Cover image of the Trans-Australia railway by Pavel Špindler
This article is for everyone who loves trans people and wants some guidance in treating trans friends and co-workers with kindness and respect.
Of course, trans people aren't all of one mind, this is just one trans woman's list of the things I wish every cis person knew.
I work on camera. And in my voice and face are both immediately identifiable as gender-non-conforming. That means I get hateful messages in my stream chat. I get them during conferences and as comments on my video. Sometimes it's extremely rough to deal with.
What definitely doesn't help is sending me a screenshot and asking if I saw it. If I have or I haven't seen it, it's not going to cheer me up to see it. This is doubly true if the commenter is anonymous or works at another company. In those cases there's generally nothing to be done, so all that forwarding can do is ruin my day.
Did the word 'cis' in the intro trip you up? Learn it and use it! Based on the latin root that's the opposite of 'trans,' 'cis' is used to refer to anyone who isn't trans. It's not an insult or a derogatory term, no more than being called trans is an insult.
I use the term 'cis' it because, absent a term to describe a way of being, it defaults to just 'normal.' There's nothing more normal about cis people!
One side note: if someone is telling you that being called 'cis' is offensive, or some variation of the statement that "'cis' is a slur," be aware that you are probably talking to someone who's getting their talking points straight from websites and communities dedicated to excluding trans people from society.
When a trans person talks to you about being excluded, discriminated against, or otherwise being the victim of transphobia; often it can feel natural to respond with something like:
"oh gosh that's awful! I never heard of anything like that! I'm shocked!!!"
And while it's clear that the intent is to be sympathetic, there's an underlying assumption to these comments that transphobia, while awful, is unusual and unexpected.
I'm not asking you to read every report by the Southern Poverty Law Center or read every transphobic article in The Guardian. I don't do that and neither should you! But realize that discrimination and hate for trans people is becoming the norm in our society.
I don't want to have to tell people my pronouns. I don't want to explain that I have a deep voice but, yes, I am a woman. I want you to tell people that.
If you want to become my star ally of the year, send at least two people the following message on Slack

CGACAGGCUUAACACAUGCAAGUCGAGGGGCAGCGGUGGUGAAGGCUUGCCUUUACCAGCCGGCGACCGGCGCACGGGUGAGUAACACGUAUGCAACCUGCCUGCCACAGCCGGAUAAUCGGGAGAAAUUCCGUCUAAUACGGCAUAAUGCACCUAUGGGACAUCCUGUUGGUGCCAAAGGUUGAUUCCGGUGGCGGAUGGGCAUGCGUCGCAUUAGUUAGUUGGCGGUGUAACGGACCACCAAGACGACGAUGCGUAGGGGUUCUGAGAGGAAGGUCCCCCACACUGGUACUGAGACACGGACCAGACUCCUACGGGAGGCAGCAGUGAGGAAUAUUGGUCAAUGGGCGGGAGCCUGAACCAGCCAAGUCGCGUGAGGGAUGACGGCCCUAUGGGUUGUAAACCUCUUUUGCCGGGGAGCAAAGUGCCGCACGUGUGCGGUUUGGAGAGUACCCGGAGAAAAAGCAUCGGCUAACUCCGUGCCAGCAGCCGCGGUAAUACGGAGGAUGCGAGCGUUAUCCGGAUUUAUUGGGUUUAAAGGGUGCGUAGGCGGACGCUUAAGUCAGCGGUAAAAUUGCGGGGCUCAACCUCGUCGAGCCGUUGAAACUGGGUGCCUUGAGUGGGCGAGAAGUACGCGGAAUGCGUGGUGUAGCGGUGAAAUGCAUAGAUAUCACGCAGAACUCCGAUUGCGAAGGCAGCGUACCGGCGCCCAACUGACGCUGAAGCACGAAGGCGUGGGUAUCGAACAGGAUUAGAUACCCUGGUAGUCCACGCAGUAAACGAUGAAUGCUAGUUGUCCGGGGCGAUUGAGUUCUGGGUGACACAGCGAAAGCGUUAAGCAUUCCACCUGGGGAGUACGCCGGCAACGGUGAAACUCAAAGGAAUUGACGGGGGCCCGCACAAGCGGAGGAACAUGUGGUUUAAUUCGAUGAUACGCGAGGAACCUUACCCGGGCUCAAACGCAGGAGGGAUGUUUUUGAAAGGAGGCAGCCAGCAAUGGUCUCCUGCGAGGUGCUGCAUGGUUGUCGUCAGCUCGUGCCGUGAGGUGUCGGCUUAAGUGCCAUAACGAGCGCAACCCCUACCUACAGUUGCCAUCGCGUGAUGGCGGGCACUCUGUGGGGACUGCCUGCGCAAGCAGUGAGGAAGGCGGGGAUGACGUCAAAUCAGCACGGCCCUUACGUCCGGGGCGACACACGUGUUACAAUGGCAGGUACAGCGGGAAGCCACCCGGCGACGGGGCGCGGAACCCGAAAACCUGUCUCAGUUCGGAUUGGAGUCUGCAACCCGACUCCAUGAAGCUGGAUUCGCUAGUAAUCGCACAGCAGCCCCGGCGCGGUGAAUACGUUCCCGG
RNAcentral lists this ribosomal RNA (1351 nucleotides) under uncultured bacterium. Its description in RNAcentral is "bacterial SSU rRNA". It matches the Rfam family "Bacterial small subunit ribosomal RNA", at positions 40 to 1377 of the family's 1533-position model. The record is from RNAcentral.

Hey! Our next meeting is with Nočnica (Nica to her friends), one of our best Dev Advocates. She had the number one partner talk at Re:Invent last year! Reminder that her pronouns are she/her. Hit me up if you want any background!
This little check in with people keeps me from having to have the same conversation. I appreciate it to no end! Some things about this script:
- I'd rather be introduced as 'a woman' than 'a trans woman'
- What I do and how good I am at it are more important than my gender
As popular culture has commodified queerness into something anyone can consume from their living room, awareness of drag has spread beyond the queer community. That might be a good thing, but it's led to some confusion.
Some drag performers may be trans, and many trans people do drag, but the two terms aren't synonymous. Add to that the fact that many of the catchphrases and terms used in shows like Queer Eye and Drag Race are AAVE that sound deeply odd when said by a white person (looking at you Jonathan Van Ness), and it's just, a mess tbh.
I really can't simplify the issue beyond this analogy:
- Your jewish friend doesn't want to hear your rendition of tunes from 'Fiddler on the Roof'
- your friend who grew up in the foster care system doesn't want to read 'Oliver Twist' with you
This is just a courtesy thing that I appreciate from cis people. it means that it's not just trans people who are doing the work of communicating about gender.
Whose job is it to end transphobia? Is it trans peoples' job? I would suggest no. I try to put my pronouns out there, but doing so, especially when almost no cis people have, outs me as trans to strangers in a way that isn't always comfortable.
Are you worried that you've insulted someone trans? In these situations it's common to feel some embarrassment. If you want to get in touch with me to apologize, that's fine and I might even appreciate that you noticed.
But if we do have a conversation and you want to apologize, I cannot emphasize this enough: keep it short.
I get misgendered almost every day. If I had to have a whole conversation every time, it would bum me out! I don't want to spend all day talking about being trans.
In point 4 above I said I didn't want to be the one who had to explain my gender to everybody. It's a drain on my time and energy and I'd rather not talk about gender all day.
But there is a big exception to that rule: If you have questions about your gender, of course I want to talk about it.
Feeling like your gender doesn't "fit" can be such a lonely experience. And I feel a responsibility to make sure that others don't go through it alone. So if you have questions, of course reach out.
Thank you for taking the time to read this list. If you have questions, or if you're trans and want to add to this list, add a comment below!